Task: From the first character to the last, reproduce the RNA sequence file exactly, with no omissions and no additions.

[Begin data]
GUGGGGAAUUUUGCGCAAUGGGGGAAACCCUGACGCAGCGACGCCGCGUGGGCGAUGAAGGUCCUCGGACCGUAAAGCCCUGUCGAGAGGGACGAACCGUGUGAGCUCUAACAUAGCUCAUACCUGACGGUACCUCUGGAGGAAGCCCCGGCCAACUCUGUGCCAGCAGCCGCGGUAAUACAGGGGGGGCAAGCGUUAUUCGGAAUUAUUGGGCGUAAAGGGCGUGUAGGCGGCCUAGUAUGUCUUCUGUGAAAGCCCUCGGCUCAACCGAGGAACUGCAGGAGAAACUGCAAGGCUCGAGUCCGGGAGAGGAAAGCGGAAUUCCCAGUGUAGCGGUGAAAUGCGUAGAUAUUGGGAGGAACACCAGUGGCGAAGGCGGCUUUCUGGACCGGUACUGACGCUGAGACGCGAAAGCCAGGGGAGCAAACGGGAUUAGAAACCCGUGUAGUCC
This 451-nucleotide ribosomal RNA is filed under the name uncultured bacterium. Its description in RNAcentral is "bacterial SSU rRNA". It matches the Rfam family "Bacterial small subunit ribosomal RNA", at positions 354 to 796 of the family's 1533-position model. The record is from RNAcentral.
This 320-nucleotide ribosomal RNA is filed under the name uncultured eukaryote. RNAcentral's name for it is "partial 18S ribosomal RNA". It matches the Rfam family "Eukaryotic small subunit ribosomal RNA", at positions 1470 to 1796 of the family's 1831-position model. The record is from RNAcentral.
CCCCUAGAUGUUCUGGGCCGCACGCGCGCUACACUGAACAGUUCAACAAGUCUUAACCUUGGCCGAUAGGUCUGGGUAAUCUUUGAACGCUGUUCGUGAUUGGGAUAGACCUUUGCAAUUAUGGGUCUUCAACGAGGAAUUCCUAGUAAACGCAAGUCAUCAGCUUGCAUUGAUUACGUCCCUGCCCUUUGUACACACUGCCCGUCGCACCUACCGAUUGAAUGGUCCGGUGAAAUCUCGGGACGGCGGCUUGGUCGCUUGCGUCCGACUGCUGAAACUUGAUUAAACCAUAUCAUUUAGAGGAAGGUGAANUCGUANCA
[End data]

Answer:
GUGGGGAAUUUUGCGCAAUGGGGGAAACCCUGACGCAGCGACGCCGCGUGGGCGAUGAAGGUCCUCGGACCGUAAAGCCCUGUCGAGAGGGACGAACCGUGUGAGCUCUAACAUAGCUCAUACCUGACGGUACCUCUGGAGGAAGCCCCGGCCAACUCUGUGCCAGCAGCCGCGGUAAUACAGGGGGGGCAAGCGUUAUUCGGAAUUAUUGGGCGUAAAGGGCGUGUAGGCGGCCUAGUAUGUCUUCUGUGAAAGCCCUCGGCUCAACCGAGGAACUGCAGGAGAAACUGCAAGGCUCGAGUCCGGGAGAGGAAAGCGGAAUUCCCAGUGUAGCGGUGAAAUGCGUAGAUAUUGGGAGGAACACCAGUGGCGAAGGCGGCUUUCUGGACCGGUACUGACGCUGAGACGCGAAAGCCAGGGGAGCAAACGGGAUUAGAAACCCGUGUAGUCC
This 451-nucleotide ribosomal RNA is filed under the name uncultured bacterium. Its description in RNAcentral is "bacterial SSU rRNA". It matches the Rfam family "Bacterial small subunit ribosomal RNA", at positions 354 to 796 of the family's 1533-position model. The record is from RNAcentral.
This 320-nucleotide ribosomal RNA is filed under the name uncultured eukaryote. RNAcentral's name for it is "partial 18S ribosomal RNA". It matches the Rfam family "Eukaryotic small subunit ribosomal RNA", at positions 1470 to 1796 of the family's 1831-position model. The record is from RNAcentral.
CCCCUAGAUGUUCUGGGCCGCACGCGCGCUACACUGAACAGUUCAACAAGUCUUAACCUUGGCCGAUAGGUCUGGGUAAUCUUUGAACGCUGUUCGUGAUUGGGAUAGACCUUUGCAAUUAUGGGUCUUCAACGAGGAAUUCCUAGUAAACGCAAGUCAUCAGCUUGCAUUGAUUACGUCCCUGCCCUUUGUACACACUGCCCGUCGCACCUACCGAUUGAAUGGUCCGGUGAAAUCUCGGGACGGCGGCUUGGUCGCUUGCGUCCGACUGCUGAAACUUGAUUAAACCAUAUCAUUUAGAGGAAGGUGAANUCGUANCA